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Multilingualism is an ever-present feature in numerous political contexts around the world, including both multilingual states and international organizations. It is also an increasingly important reality in a globalized world that consequential political decisions are negotiated between politicians who do not share a common native language. Nils Ringe uses the case of the European Union to investigate how politicians’ reliance on shared foreign languages and translation services affects politics and policy-making. In-depth interviews with almost 100 policymakers and language service providers in the EU’s main institutions, paired with quantitative and linguistic data, show multilingualism to be an inherent, ubiquitous, and consequential feature of EU politics and vividly illustrate how it influences political interactions, deliberations, and negotiations.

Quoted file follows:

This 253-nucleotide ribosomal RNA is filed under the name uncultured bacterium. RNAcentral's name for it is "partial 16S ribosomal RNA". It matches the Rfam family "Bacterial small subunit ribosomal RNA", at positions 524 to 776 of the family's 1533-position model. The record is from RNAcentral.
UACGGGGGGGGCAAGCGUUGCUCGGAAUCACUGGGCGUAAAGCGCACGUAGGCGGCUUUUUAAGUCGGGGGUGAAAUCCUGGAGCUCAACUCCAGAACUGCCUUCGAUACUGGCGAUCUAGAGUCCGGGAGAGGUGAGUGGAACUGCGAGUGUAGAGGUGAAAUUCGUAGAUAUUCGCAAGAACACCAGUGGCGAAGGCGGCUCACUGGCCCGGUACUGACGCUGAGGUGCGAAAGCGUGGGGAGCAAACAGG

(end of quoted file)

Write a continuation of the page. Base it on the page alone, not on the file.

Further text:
Existing research at the intersection of language and politics would suggest that multilingualism makes EU politics more conflictual. This is not the case, however. Instead, multilingualism depoliticizes policy-making, meaning that it reduces its political nature and potential for conflict. That is because both foreign language use and reliance on translation result in communication that is simple, utilitarian, neutralized, and involves commonly shared phrases and expressions, which masks the national and political backgrounds, preferences, and priorities of EU actors. Policymakers also tend to disregard politically charged language because it might not reflect what a speaker meant to say, and they are constrained in their ability to use vague or ambiguous language to gloss over disagreements by the need for consistency across languages.